The new EU AI Act will have a significant impact on the development and use of transparent AI systems in the field of life sciences. By focusing on transparency and human oversight, it aims to ensure that AI technologies are used safely and ethically, especially in high-risk areas such as life science as a whole. While some argue that the AI Act does not explicitly state requirements for XAI or banning the use of black-box AI systems [1], it poses challenges, particularly in terms of the pace of innovation and the burden on AI developers and companies. This is because the strict legal requirements and the need for extensive documentation and compliance checks could significantly increase the complexity and cost of developing and implementing AI systems.

Real-world Applications of Explainable AI

Understanding the AI decision-making process is becoming increasingly prevalent in real-world applications in the life sciences. Recent research includes AI-assisted drug repurposing, where explainable AI plays a central role in identifying existing drugs that can be repurposed for new therapeutic uses [8]. In addition, XAI helps in the discovery of biomarkers for rare diseases [9], giving patients hope for more accurate and timely diagnoses. These practical applications demonstrate the transformative potential of explainable AI in addressing some of the most pressing challenges in the life sciences.


The Vital Role of Explainable AI in Life Sciences

In summary, explainable AI is revolutionizing the life sciences by improving transparency and understanding in AI-driven processes. Its application in genomics, drug discovery and biomarker identification, coupled with the integration of domain-specific knowledge, accelerates discoveries, and provides deeper insights into complex biological systems. Ethical considerations and regulatory compliance, especially the EU AI Act, ensure the responsible use of AI and underline the transformative potential of XAI in practical applications such as drug repurposing and rare disease diagnosis.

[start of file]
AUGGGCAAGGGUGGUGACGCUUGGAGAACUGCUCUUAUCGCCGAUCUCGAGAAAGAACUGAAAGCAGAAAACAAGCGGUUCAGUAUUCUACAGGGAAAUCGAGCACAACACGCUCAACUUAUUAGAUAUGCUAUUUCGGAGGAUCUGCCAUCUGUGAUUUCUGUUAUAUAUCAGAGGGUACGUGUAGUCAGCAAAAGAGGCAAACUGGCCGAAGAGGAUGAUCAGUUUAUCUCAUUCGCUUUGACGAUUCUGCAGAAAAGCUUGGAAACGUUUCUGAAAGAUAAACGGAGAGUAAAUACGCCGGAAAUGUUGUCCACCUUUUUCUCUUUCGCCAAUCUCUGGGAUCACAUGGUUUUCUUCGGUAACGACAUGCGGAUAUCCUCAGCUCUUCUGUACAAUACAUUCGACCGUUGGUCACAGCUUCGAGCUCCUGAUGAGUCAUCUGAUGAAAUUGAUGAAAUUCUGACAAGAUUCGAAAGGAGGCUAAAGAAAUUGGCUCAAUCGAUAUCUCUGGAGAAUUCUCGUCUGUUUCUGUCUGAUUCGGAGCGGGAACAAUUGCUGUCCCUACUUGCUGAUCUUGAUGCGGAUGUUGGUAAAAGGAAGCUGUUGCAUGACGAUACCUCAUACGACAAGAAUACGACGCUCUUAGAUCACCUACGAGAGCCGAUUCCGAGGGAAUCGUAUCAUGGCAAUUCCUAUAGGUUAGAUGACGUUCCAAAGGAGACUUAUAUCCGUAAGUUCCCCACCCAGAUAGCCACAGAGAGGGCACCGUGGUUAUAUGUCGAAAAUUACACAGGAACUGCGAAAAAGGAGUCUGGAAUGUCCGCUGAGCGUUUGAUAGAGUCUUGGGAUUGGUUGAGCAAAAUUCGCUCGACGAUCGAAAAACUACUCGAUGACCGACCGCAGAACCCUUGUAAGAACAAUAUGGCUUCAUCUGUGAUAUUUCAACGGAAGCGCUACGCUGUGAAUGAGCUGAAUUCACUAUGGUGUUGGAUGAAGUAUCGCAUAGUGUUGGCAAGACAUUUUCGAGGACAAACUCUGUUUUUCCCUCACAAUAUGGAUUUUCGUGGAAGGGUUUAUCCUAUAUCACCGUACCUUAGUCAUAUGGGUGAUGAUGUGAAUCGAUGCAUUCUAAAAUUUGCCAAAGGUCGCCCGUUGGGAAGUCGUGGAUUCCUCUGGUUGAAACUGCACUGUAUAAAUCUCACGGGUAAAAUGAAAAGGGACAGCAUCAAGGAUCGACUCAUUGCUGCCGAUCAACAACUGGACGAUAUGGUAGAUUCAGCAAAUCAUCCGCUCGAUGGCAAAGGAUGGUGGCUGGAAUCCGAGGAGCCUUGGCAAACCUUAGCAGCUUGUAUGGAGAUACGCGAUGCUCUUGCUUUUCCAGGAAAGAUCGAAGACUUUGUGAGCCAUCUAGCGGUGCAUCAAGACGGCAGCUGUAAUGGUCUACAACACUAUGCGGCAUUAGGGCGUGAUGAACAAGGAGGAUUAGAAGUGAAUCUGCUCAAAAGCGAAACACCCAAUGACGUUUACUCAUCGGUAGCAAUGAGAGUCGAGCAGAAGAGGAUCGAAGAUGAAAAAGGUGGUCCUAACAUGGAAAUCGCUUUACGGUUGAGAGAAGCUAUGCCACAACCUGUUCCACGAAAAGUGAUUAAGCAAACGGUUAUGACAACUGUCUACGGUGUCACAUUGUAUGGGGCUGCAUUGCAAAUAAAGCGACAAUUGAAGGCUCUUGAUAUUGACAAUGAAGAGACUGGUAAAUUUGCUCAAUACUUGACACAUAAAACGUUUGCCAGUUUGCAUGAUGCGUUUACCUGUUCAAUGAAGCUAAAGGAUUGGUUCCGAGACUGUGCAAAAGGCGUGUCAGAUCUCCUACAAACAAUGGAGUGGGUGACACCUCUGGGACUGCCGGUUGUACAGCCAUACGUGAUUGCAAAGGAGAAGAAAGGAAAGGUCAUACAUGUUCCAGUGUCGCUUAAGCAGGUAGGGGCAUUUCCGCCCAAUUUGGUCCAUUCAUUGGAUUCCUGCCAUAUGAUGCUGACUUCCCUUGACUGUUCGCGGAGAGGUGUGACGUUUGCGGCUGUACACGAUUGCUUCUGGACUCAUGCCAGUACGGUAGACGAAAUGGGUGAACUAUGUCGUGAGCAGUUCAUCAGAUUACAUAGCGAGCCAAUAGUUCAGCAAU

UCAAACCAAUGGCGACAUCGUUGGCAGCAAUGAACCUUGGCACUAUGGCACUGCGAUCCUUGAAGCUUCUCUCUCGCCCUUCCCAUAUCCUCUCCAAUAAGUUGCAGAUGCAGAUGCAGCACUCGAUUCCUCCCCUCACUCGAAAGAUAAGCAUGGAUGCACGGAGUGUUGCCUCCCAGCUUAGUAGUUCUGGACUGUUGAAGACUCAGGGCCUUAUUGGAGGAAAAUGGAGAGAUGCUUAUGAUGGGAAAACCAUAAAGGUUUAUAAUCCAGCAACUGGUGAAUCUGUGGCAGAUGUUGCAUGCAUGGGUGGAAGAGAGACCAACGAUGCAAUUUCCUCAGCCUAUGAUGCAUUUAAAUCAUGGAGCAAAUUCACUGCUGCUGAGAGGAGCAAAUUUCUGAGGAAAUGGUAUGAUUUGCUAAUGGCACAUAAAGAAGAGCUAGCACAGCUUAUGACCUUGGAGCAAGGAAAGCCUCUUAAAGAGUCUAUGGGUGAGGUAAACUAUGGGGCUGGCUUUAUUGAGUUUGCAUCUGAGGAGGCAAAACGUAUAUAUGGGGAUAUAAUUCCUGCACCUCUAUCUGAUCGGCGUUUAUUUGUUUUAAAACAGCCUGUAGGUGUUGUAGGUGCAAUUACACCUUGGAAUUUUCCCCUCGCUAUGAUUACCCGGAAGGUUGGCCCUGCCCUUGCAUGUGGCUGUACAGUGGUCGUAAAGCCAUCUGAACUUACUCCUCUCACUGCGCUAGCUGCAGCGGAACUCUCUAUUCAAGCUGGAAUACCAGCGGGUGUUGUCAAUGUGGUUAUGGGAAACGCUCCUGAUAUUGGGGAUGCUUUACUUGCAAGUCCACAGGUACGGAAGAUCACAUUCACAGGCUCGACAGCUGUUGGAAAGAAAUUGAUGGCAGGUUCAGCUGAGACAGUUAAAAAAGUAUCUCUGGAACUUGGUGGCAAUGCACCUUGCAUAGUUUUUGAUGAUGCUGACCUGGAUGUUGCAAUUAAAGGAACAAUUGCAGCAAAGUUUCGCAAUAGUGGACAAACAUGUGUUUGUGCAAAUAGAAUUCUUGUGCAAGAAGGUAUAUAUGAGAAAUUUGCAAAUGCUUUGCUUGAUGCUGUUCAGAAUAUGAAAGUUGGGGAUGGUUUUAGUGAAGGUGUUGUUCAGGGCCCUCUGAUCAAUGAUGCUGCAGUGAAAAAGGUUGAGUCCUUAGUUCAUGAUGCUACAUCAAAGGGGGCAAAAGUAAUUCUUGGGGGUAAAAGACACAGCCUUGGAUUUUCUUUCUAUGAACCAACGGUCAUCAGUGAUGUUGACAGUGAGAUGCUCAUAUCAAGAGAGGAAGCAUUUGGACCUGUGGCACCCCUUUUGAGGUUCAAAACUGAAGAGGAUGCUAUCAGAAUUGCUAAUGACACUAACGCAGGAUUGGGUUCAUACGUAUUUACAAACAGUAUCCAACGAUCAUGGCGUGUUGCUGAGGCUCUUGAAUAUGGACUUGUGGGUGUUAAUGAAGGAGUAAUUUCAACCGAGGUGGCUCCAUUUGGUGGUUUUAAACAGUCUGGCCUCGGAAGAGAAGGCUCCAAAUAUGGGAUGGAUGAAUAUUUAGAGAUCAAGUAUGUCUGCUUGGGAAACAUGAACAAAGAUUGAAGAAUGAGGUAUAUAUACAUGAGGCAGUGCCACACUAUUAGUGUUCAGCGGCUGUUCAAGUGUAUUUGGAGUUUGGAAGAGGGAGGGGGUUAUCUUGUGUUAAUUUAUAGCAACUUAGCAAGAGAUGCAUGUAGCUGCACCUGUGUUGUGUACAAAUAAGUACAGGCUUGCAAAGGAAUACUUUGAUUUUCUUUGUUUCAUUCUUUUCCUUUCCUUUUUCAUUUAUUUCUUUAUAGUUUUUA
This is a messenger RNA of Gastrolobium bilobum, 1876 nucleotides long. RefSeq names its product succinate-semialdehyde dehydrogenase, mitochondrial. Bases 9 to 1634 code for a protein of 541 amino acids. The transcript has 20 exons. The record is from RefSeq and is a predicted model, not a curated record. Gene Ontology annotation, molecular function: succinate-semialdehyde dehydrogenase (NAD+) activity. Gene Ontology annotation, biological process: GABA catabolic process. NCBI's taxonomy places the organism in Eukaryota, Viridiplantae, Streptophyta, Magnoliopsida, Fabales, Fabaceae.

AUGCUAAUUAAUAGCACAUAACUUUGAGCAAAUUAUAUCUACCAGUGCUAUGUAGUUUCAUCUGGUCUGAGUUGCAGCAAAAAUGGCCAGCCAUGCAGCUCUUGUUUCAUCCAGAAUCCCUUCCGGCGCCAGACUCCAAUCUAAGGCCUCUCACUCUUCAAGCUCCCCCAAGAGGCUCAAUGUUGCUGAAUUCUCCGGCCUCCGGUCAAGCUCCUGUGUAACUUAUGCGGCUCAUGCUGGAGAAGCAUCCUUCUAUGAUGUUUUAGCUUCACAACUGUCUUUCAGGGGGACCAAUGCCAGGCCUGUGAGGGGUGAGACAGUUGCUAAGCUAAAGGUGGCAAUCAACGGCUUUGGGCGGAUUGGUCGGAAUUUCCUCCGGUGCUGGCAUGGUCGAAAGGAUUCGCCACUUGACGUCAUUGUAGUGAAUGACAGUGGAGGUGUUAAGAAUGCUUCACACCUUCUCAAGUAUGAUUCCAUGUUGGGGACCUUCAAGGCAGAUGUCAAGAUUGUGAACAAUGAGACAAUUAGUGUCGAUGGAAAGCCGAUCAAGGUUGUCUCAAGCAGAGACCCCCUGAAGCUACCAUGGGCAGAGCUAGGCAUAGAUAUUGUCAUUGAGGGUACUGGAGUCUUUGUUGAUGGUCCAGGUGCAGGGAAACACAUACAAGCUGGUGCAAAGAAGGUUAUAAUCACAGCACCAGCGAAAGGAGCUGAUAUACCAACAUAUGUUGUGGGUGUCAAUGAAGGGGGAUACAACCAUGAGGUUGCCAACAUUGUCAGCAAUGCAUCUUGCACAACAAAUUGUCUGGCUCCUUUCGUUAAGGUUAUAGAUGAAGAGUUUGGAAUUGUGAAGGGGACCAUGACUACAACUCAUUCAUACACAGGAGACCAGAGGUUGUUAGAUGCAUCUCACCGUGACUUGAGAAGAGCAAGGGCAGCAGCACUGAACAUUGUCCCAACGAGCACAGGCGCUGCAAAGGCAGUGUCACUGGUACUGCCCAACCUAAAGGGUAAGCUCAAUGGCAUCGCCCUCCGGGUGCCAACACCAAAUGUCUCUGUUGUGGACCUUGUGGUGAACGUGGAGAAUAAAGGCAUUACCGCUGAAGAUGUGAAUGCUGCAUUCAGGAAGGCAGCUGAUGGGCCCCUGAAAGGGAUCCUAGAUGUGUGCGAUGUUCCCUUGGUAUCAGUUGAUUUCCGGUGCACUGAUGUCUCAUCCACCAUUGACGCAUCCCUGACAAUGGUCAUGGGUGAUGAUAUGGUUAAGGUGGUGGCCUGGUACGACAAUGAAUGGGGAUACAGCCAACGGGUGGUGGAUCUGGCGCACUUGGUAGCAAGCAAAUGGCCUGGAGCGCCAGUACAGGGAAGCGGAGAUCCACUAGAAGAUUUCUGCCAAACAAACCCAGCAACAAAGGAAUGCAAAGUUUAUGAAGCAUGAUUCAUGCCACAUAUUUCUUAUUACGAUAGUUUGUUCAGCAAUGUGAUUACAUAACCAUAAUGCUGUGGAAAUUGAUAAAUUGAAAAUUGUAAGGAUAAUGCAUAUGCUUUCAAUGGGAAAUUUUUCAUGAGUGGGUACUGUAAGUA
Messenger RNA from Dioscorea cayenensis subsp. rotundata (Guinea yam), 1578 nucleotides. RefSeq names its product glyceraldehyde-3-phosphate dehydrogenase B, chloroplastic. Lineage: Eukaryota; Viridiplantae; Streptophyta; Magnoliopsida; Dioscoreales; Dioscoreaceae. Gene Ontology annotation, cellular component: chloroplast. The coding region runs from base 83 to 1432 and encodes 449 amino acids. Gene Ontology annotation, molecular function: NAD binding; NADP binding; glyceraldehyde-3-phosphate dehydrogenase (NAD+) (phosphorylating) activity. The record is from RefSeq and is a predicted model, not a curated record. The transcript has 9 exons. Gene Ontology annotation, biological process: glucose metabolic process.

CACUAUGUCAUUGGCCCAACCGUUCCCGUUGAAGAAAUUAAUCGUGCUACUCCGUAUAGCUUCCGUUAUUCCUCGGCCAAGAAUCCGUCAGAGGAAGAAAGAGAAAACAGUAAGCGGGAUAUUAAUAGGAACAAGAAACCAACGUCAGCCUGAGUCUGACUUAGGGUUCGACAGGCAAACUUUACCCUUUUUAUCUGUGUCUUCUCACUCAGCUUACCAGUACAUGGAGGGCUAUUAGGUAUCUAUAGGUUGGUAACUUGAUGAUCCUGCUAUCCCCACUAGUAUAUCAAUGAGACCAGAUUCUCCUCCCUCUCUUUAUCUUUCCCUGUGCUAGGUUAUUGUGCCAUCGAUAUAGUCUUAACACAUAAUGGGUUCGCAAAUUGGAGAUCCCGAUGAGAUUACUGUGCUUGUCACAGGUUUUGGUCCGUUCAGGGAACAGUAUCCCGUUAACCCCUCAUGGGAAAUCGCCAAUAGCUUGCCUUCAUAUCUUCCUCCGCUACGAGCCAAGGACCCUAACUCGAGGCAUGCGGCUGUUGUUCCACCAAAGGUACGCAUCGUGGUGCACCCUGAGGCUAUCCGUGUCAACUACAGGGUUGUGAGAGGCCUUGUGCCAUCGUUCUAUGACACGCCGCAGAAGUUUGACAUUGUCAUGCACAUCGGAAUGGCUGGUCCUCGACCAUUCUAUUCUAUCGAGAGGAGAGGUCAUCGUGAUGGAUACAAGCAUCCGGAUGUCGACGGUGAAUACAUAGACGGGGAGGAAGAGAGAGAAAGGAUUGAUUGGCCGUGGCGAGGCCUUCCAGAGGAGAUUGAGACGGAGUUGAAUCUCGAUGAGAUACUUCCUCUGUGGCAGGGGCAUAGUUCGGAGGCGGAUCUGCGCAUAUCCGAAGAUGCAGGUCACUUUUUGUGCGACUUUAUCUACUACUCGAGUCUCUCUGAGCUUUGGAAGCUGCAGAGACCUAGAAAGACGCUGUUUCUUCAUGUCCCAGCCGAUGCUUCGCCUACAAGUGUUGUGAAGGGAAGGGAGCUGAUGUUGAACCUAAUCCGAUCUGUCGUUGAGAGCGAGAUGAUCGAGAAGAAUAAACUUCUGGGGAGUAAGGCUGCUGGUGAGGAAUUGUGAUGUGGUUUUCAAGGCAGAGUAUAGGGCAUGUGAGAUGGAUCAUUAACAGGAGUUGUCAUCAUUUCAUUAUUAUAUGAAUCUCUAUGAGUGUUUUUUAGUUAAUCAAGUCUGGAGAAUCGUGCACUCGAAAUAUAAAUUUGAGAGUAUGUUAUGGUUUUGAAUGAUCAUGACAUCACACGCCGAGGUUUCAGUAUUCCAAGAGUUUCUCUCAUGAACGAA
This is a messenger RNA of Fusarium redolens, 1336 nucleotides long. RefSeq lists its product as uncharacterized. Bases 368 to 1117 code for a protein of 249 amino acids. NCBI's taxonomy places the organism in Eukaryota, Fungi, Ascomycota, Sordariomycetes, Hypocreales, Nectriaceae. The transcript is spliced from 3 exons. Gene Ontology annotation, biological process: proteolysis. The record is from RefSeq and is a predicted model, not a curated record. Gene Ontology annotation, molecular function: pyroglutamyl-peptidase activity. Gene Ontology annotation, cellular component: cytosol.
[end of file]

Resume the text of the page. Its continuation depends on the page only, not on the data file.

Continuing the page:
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[1] EU AI Act argumentation: https://dl.acm.org/doi/pdf/10.1145/3593013.3594069

[2] Explainable AI Survey: https://ieeexplore.ieee.org/document/8466590

[3] Feature Importance and visualization: https://arxiv.org/pdf/2101.09429.pdf

[4] A survey of visual analytics for Explainable Artificial Intelligence methods: https://3dvar.com/Alicioglu2021A.pdf

[5] A General Survey on Attention Mechanisms in Deep Learning: https://ar5iv.labs.arxiv.org/html/2203.14263

[6] A review of some techniques for inclusion of domain-knowledge into deep neural networks: https://www.nature.com/articles/s41598-021-04590-0

[7] Integration of mechanistic immunological knowledge into a machine learning pipeline improves predictions: https://www.nature.com/articles/s42256-020-00232-8

[8] Extending the Nested Model for User-Centric XAI: A Design Study on GNN-based Drug Repurposing: https://osf.io/preprints/osf/yhdpv

[9] The benefits and pitfalls of machine learning for biomarker discovery: https://www.ncbi.nlm.nih.gov/pmc/articles/PMC10558383/

[10] t-Distributed Stochastic Neighbor Embedding: https://www.sciencedirect.com/science/article/pii/S1874778719301746

[11] Principal component analysis: https://royalsocietypublishing.org/doi/10.1098/rsta.2015.0202